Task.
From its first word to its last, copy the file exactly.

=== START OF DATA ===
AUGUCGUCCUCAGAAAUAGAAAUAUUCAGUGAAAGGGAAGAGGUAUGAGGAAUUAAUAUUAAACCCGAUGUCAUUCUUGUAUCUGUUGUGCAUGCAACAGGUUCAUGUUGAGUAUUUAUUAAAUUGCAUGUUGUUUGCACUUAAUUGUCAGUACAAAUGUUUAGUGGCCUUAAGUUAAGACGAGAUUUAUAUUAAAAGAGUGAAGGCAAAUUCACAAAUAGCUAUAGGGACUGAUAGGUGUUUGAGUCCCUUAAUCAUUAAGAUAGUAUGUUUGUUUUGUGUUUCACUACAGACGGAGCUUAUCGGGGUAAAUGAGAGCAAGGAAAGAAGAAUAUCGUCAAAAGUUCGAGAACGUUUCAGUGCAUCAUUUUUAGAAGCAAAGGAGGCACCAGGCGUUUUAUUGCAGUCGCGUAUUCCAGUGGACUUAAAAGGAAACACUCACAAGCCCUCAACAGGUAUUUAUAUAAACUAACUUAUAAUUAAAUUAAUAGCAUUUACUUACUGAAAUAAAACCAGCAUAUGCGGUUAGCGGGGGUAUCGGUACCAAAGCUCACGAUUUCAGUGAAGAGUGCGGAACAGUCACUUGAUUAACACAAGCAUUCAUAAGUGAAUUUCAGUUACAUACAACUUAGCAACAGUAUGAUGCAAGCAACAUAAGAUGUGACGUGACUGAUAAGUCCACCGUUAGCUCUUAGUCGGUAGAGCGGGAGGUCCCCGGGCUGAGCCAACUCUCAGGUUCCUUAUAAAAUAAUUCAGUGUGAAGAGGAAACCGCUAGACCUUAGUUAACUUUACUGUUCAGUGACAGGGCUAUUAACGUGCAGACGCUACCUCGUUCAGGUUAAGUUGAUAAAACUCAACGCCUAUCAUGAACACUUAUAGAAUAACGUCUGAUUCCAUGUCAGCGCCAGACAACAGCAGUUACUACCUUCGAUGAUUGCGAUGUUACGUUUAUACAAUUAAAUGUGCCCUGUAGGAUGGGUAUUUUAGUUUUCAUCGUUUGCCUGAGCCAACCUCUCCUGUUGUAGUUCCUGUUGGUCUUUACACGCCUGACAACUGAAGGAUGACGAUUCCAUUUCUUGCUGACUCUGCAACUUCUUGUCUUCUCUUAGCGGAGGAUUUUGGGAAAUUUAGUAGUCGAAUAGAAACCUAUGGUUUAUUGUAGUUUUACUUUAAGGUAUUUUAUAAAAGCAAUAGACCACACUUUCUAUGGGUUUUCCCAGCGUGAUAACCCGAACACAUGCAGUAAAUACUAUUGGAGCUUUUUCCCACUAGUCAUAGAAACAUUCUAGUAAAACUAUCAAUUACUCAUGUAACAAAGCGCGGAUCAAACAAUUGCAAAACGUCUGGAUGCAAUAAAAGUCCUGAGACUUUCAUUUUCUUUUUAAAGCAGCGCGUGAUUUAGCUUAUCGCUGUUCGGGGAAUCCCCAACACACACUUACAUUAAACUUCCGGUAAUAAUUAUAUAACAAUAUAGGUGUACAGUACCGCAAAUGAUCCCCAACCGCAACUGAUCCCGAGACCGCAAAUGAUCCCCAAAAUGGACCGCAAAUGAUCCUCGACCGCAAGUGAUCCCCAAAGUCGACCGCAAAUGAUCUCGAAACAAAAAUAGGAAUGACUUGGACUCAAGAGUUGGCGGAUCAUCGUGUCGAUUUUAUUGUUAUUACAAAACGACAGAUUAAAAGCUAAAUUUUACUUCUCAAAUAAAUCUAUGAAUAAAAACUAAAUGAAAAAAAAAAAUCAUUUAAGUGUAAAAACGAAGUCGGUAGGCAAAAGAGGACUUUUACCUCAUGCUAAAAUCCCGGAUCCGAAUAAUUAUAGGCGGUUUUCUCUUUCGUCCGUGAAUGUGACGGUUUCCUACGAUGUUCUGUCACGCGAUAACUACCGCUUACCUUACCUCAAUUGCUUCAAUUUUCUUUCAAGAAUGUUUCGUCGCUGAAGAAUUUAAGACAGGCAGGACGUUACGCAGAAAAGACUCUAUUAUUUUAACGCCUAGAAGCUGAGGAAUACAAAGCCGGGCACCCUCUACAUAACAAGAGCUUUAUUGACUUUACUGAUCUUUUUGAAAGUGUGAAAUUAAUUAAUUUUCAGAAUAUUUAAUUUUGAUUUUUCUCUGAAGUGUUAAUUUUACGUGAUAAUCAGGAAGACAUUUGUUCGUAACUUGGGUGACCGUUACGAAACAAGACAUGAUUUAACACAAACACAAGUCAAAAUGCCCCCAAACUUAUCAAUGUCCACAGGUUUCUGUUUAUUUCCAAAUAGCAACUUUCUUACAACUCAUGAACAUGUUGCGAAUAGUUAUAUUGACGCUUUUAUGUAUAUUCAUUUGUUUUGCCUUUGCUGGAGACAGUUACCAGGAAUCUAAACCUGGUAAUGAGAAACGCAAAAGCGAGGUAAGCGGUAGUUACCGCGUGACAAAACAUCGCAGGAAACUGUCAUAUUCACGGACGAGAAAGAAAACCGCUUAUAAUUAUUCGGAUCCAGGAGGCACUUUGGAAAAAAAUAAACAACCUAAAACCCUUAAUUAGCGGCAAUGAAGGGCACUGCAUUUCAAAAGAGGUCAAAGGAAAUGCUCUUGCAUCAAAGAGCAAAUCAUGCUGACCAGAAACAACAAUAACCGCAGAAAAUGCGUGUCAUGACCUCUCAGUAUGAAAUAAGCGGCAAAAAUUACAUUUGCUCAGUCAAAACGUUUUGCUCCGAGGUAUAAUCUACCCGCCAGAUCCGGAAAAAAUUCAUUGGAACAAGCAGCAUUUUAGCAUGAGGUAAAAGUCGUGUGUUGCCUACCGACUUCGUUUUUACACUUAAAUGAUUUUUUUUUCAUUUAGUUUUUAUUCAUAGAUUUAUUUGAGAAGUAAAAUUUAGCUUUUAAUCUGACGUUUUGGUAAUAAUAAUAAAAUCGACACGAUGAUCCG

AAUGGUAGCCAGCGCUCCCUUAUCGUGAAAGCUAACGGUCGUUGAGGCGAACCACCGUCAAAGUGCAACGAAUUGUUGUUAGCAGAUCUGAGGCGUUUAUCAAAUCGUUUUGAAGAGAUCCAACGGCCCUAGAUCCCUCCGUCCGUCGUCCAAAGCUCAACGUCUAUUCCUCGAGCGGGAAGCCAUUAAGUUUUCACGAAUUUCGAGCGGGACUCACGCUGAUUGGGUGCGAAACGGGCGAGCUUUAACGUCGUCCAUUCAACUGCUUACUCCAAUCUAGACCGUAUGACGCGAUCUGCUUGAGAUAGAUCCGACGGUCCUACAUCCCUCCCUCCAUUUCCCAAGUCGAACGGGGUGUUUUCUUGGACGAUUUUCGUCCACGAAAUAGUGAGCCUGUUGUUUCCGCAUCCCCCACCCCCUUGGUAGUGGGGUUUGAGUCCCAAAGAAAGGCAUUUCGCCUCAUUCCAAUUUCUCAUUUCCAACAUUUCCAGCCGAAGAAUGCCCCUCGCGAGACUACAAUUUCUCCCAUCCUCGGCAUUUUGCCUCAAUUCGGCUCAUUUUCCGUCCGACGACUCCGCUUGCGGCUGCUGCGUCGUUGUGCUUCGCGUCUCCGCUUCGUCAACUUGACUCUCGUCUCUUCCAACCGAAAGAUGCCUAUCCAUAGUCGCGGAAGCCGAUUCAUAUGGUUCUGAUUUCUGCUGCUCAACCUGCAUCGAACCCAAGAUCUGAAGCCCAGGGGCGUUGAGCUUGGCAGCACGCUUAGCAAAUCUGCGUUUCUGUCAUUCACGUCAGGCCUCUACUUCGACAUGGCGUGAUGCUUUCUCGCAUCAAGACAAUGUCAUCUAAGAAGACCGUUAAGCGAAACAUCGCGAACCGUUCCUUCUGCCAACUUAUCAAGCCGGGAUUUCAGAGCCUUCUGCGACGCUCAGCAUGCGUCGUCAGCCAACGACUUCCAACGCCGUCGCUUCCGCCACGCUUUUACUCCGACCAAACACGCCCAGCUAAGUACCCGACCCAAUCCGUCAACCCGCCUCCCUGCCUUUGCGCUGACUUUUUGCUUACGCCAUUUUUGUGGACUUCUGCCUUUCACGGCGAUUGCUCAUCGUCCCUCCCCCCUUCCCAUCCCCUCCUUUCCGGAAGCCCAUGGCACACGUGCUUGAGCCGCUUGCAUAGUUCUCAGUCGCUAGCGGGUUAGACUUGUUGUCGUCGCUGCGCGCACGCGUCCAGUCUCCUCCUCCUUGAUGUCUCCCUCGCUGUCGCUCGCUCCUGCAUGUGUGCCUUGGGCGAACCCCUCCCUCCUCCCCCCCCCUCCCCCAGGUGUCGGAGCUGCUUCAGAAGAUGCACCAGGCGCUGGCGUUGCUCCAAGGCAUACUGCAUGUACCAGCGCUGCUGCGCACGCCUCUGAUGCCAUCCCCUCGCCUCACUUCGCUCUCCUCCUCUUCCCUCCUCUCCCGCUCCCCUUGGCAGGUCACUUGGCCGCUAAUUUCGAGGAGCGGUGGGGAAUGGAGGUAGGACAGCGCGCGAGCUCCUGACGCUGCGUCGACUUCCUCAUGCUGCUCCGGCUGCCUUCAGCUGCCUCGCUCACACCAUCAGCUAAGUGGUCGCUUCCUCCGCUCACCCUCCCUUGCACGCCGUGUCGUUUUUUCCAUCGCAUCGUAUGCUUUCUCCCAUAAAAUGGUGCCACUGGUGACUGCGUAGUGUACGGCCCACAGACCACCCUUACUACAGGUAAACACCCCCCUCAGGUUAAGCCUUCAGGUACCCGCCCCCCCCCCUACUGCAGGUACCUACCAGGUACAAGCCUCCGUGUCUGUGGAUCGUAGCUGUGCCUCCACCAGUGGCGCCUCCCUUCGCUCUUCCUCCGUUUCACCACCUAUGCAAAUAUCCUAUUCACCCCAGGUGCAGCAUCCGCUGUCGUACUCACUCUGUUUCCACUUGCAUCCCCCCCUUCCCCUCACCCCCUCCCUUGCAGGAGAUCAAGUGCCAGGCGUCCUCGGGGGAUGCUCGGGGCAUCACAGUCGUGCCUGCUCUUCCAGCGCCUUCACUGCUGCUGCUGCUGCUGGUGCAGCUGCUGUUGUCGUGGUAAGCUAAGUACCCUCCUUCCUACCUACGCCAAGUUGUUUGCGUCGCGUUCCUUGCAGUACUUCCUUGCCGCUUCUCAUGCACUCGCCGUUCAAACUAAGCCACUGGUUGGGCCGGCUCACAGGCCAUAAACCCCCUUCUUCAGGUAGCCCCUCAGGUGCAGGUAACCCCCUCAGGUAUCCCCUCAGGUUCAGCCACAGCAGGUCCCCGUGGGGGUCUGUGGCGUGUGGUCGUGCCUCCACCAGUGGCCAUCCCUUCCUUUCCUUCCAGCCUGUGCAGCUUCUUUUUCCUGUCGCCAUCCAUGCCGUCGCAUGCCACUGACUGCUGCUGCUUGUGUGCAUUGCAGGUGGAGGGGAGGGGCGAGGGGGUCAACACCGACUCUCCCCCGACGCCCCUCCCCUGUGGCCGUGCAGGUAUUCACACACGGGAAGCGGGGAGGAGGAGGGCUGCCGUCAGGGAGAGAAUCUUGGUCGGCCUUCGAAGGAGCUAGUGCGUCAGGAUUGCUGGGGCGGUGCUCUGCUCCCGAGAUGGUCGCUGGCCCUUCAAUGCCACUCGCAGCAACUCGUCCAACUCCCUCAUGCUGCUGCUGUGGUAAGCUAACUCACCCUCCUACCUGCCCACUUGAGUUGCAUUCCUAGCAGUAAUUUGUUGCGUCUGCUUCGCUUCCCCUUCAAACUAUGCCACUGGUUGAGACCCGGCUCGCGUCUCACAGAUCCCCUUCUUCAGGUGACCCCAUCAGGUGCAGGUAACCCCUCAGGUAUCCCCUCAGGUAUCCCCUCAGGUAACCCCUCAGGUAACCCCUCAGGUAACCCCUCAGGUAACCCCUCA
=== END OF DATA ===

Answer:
AUGUCGUCCUCAGAAAUAGAAAUAUUCAGUGAAAGGGAAGAGGUAUGAGGAAUUAAUAUUAAACCCGAUGUCAUUCUUGUAUCUGUUGUGCAUGCAACAGGUUCAUGUUGAGUAUUUAUUAAAUUGCAUGUUGUUUGCACUUAAUUGUCAGUACAAAUGUUUAGUGGCCUUAAGUUAAGACGAGAUUUAUAUUAAAAGAGUGAAGGCAAAUUCACAAAUAGCUAUAGGGACUGAUAGGUGUUUGAGUCCCUUAAUCAUUAAGAUAGUAUGUUUGUUUUGUGUUUCACUACAGACGGAGCUUAUCGGGGUAAAUGAGAGCAAGGAAAGAAGAAUAUCGUCAAAAGUUCGAGAACGUUUCAGUGCAUCAUUUUUAGAAGCAAAGGAGGCACCAGGCGUUUUAUUGCAGUCGCGUAUUCCAGUGGACUUAAAAGGAAACACUCACAAGCCCUCAACAGGUAUUUAUAUAAACUAACUUAUAAUUAAAUUAAUAGCAUUUACUUACUGAAAUAAAACCAGCAUAUGCGGUUAGCGGGGGUAUCGGUACCAAAGCUCACGAUUUCAGUGAAGAGUGCGGAACAGUCACUUGAUUAACACAAGCAUUCAUAAGUGAAUUUCAGUUACAUACAACUUAGCAACAGUAUGAUGCAAGCAACAUAAGAUGUGACGUGACUGAUAAGUCCACCGUUAGCUCUUAGUCGGUAGAGCGGGAGGUCCCCGGGCUGAGCCAACUCUCAGGUUCCUUAUAAAAUAAUUCAGUGUGAAGAGGAAACCGCUAGACCUUAGUUAACUUUACUGUUCAGUGACAGGGCUAUUAACGUGCAGACGCUACCUCGUUCAGGUUAAGUUGAUAAAACUCAACGCCUAUCAUGAACACUUAUAGAAUAACGUCUGAUUCCAUGUCAGCGCCAGACAACAGCAGUUACUACCUUCGAUGAUUGCGAUGUUACGUUUAUACAAUUAAAUGUGCCCUGUAGGAUGGGUAUUUUAGUUUUCAUCGUUUGCCUGAGCCAACCUCUCCUGUUGUAGUUCCUGUUGGUCUUUACACGCCUGACAACUGAAGGAUGACGAUUCCAUUUCUUGCUGACUCUGCAACUUCUUGUCUUCUCUUAGCGGAGGAUUUUGGGAAAUUUAGUAGUCGAAUAGAAACCUAUGGUUUAUUGUAGUUUUACUUUAAGGUAUUUUAUAAAAGCAAUAGACCACACUUUCUAUGGGUUUUCCCAGCGUGAUAACCCGAACACAUGCAGUAAAUACUAUUGGAGCUUUUUCCCACUAGUCAUAGAAACAUUCUAGUAAAACUAUCAAUUACUCAUGUAACAAAGCGCGGAUCAAACAAUUGCAAAACGUCUGGAUGCAAUAAAAGUCCUGAGACUUUCAUUUUCUUUUUAAAGCAGCGCGUGAUUUAGCUUAUCGCUGUUCGGGGAAUCCCCAACACACACUUACAUUAAACUUCCGGUAAUAAUUAUAUAACAAUAUAGGUGUACAGUACCGCAAAUGAUCCCCAACCGCAACUGAUCCCGAGACCGCAAAUGAUCCCCAAAAUGGACCGCAAAUGAUCCUCGACCGCAAGUGAUCCCCAAAGUCGACCGCAAAUGAUCUCGAAACAAAAAUAGGAAUGACUUGGACUCAAGAGUUGGCGGAUCAUCGUGUCGAUUUUAUUGUUAUUACAAAACGACAGAUUAAAAGCUAAAUUUUACUUCUCAAAUAAAUCUAUGAAUAAAAACUAAAUGAAAAAAAAAAAUCAUUUAAGUGUAAAAACGAAGUCGGUAGGCAAAAGAGGACUUUUACCUCAUGCUAAAAUCCCGGAUCCGAAUAAUUAUAGGCGGUUUUCUCUUUCGUCCGUGAAUGUGACGGUUUCCUACGAUGUUCUGUCACGCGAUAACUACCGCUUACCUUACCUCAAUUGCUUCAAUUUUCUUUCAAGAAUGUUUCGUCGCUGAAGAAUUUAAGACAGGCAGGACGUUACGCAGAAAAGACUCUAUUAUUUUAACGCCUAGAAGCUGAGGAAUACAAAGCCGGGCACCCUCUACAUAACAAGAGCUUUAUUGACUUUACUGAUCUUUUUGAAAGUGUGAAAUUAAUUAAUUUUCAGAAUAUUUAAUUUUGAUUUUUCUCUGAAGUGUUAAUUUUACGUGAUAAUCAGGAAGACAUUUGUUCGUAACUUGGGUGACCGUUACGAAACAAGACAUGAUUUAACACAAACACAAGUCAAAAUGCCCCCAAACUUAUCAAUGUCCACAGGUUUCUGUUUAUUUCCAAAUAGCAACUUUCUUACAACUCAUGAACAUGUUGCGAAUAGUUAUAUUGACGCUUUUAUGUAUAUUCAUUUGUUUUGCCUUUGCUGGAGACAGUUACCAGGAAUCUAAACCUGGUAAUGAGAAACGCAAAAGCGAGGUAAGCGGUAGUUACCGCGUGACAAAACAUCGCAGGAAACUGUCAUAUUCACGGACGAGAAAGAAAACCGCUUAUAAUUAUUCGGAUCCAGGAGGCACUUUGGAAAAAAAUAAACAACCUAAAACCCUUAAUUAGCGGCAAUGAAGGGCACUGCAUUUCAAAAGAGGUCAAAGGAAAUGCUCUUGCAUCAAAGAGCAAAUCAUGCUGACCAGAAACAACAAUAACCGCAGAAAAUGCGUGUCAUGACCUCUCAGUAUGAAAUAAGCGGCAAAAAUUACAUUUGCUCAGUCAAAACGUUUUGCUCCGAGGUAUAAUCUACCCGCCAGAUCCGGAAAAAAUUCAUUGGAACAAGCAGCAUUUUAGCAUGAGGUAAAAGUCGUGUGUUGCCUACCGACUUCGUUUUUACACUUAAAUGAUUUUUUUUUCAUUUAGUUUUUAUUCAUAGAUUUAUUUGAGAAGUAAAAUUUAGCUUUUAAUCUGACGUUUUGGUAAUAAUAAUAAAAUCGACACGAUGAUCCG

AAUGGUAGCCAGCGCUCCCUUAUCGUGAAAGCUAACGGUCGUUGAGGCGAACCACCGUCAAAGUGCAACGAAUUGUUGUUAGCAGAUCUGAGGCGUUUAUCAAAUCGUUUUGAAGAGAUCCAACGGCCCUAGAUCCCUCCGUCCGUCGUCCAAAGCUCAACGUCUAUUCCUCGAGCGGGAAGCCAUUAAGUUUUCACGAAUUUCGAGCGGGACUCACGCUGAUUGGGUGCGAAACGGGCGAGCUUUAACGUCGUCCAUUCAACUGCUUACUCCAAUCUAGACCGUAUGACGCGAUCUGCUUGAGAUAGAUCCGACGGUCCUACAUCCCUCCCUCCAUUUCCCAAGUCGAACGGGGUGUUUUCUUGGACGAUUUUCGUCCACGAAAUAGUGAGCCUGUUGUUUCCGCAUCCCCCACCCCCUUGGUAGUGGGGUUUGAGUCCCAAAGAAAGGCAUUUCGCCUCAUUCCAAUUUCUCAUUUCCAACAUUUCCAGCCGAAGAAUGCCCCUCGCGAGACUACAAUUUCUCCCAUCCUCGGCAUUUUGCCUCAAUUCGGCUCAUUUUCCGUCCGACGACUCCGCUUGCGGCUGCUGCGUCGUUGUGCUUCGCGUCUCCGCUUCGUCAACUUGACUCUCGUCUCUUCCAACCGAAAGAUGCCUAUCCAUAGUCGCGGAAGCCGAUUCAUAUGGUUCUGAUUUCUGCUGCUCAACCUGCAUCGAACCCAAGAUCUGAAGCCCAGGGGCGUUGAGCUUGGCAGCACGCUUAGCAAAUCUGCGUUUCUGUCAUUCACGUCAGGCCUCUACUUCGACAUGGCGUGAUGCUUUCUCGCAUCAAGACAAUGUCAUCUAAGAAGACCGUUAAGCGAAACAUCGCGAACCGUUCCUUCUGCCAACUUAUCAAGCCGGGAUUUCAGAGCCUUCUGCGACGCUCAGCAUGCGUCGUCAGCCAACGACUUCCAACGCCGUCGCUUCCGCCACGCUUUUACUCCGACCAAACACGCCCAGCUAAGUACCCGACCCAAUCCGUCAACCCGCCUCCCUGCCUUUGCGCUGACUUUUUGCUUACGCCAUUUUUGUGGACUUCUGCCUUUCACGGCGAUUGCUCAUCGUCCCUCCCCCCUUCCCAUCCCCUCCUUUCCGGAAGCCCAUGGCACACGUGCUUGAGCCGCUUGCAUAGUUCUCAGUCGCUAGCGGGUUAGACUUGUUGUCGUCGCUGCGCGCACGCGUCCAGUCUCCUCCUCCUUGAUGUCUCCCUCGCUGUCGCUCGCUCCUGCAUGUGUGCCUUGGGCGAACCCCUCCCUCCUCCCCCCCCCUCCCCCAGGUGUCGGAGCUGCUUCAGAAGAUGCACCAGGCGCUGGCGUUGCUCCAAGGCAUACUGCAUGUACCAGCGCUGCUGCGCACGCCUCUGAUGCCAUCCCCUCGCCUCACUUCGCUCUCCUCCUCUUCCCUCCUCUCCCGCUCCCCUUGGCAGGUCACUUGGCCGCUAAUUUCGAGGAGCGGUGGGGAAUGGAGGUAGGACAGCGCGCGAGCUCCUGACGCUGCGUCGACUUCCUCAUGCUGCUCCGGCUGCCUUCAGCUGCCUCGCUCACACCAUCAGCUAAGUGGUCGCUUCCUCCGCUCACCCUCCCUUGCACGCCGUGUCGUUUUUUCCAUCGCAUCGUAUGCUUUCUCCCAUAAAAUGGUGCCACUGGUGACUGCGUAGUGUACGGCCCACAGACCACCCUUACUACAGGUAAACACCCCCCUCAGGUUAAGCCUUCAGGUACCCGCCCCCCCCCCUACUGCAGGUACCUACCAGGUACAAGCCUCCGUGUCUGUGGAUCGUAGCUGUGCCUCCACCAGUGGCGCCUCCCUUCGCUCUUCCUCCGUUUCACCACCUAUGCAAAUAUCCUAUUCACCCCAGGUGCAGCAUCCGCUGUCGUACUCACUCUGUUUCCACUUGCAUCCCCCCCUUCCCCUCACCCCCUCCCUUGCAGGAGAUCAAGUGCCAGGCGUCCUCGGGGGAUGCUCGGGGCAUCACAGUCGUGCCUGCUCUUCCAGCGCCUUCACUGCUGCUGCUGCUGCUGGUGCAGCUGCUGUUGUCGUGGUAAGCUAAGUACCCUCCUUCCUACCUACGCCAAGUUGUUUGCGUCGCGUUCCUUGCAGUACUUCCUUGCCGCUUCUCAUGCACUCGCCGUUCAAACUAAGCCACUGGUUGGGCCGGCUCACAGGCCAUAAACCCCCUUCUUCAGGUAGCCCCUCAGGUGCAGGUAACCCCCUCAGGUAUCCCCUCAGGUUCAGCCACAGCAGGUCCCCGUGGGGGUCUGUGGCGUGUGGUCGUGCCUCCACCAGUGGCCAUCCCUUCCUUUCCUUCCAGCCUGUGCAGCUUCUUUUUCCUGUCGCCAUCCAUGCCGUCGCAUGCCACUGACUGCUGCUGCUUGUGUGCAUUGCAGGUGGAGGGGAGGGGCGAGGGGGUCAACACCGACUCUCCCCCGACGCCCCUCCCCUGUGGCCGUGCAGGUAUUCACACACGGGAAGCGGGGAGGAGGAGGGCUGCCGUCAGGGAGAGAAUCUUGGUCGGCCUUCGAAGGAGCUAGUGCGUCAGGAUUGCUGGGGCGGUGCUCUGCUCCCGAGAUGGUCGCUGGCCCUUCAAUGCCACUCGCAGCAACUCGUCCAACUCCCUCAUGCUGCUGCUGUGGUAAGCUAACUCACCCUCCUACCUGCCCACUUGAGUUGCAUUCCUAGCAGUAAUUUGUUGCGUCUGCUUCGCUUCCCCUUCAAACUAUGCCACUGGUUGAGACCCGGCUCGCGUCUCACAGAUCCCCUUCUUCAGGUGACCCCAUCAGGUGCAGGUAACCCCUCAGGUAUCCCCUCAGGUAUCCCCUCAGGUAACCCCUCAGGUAACCCCUCAGGUAACCCCUCAGGUAACCCCUCA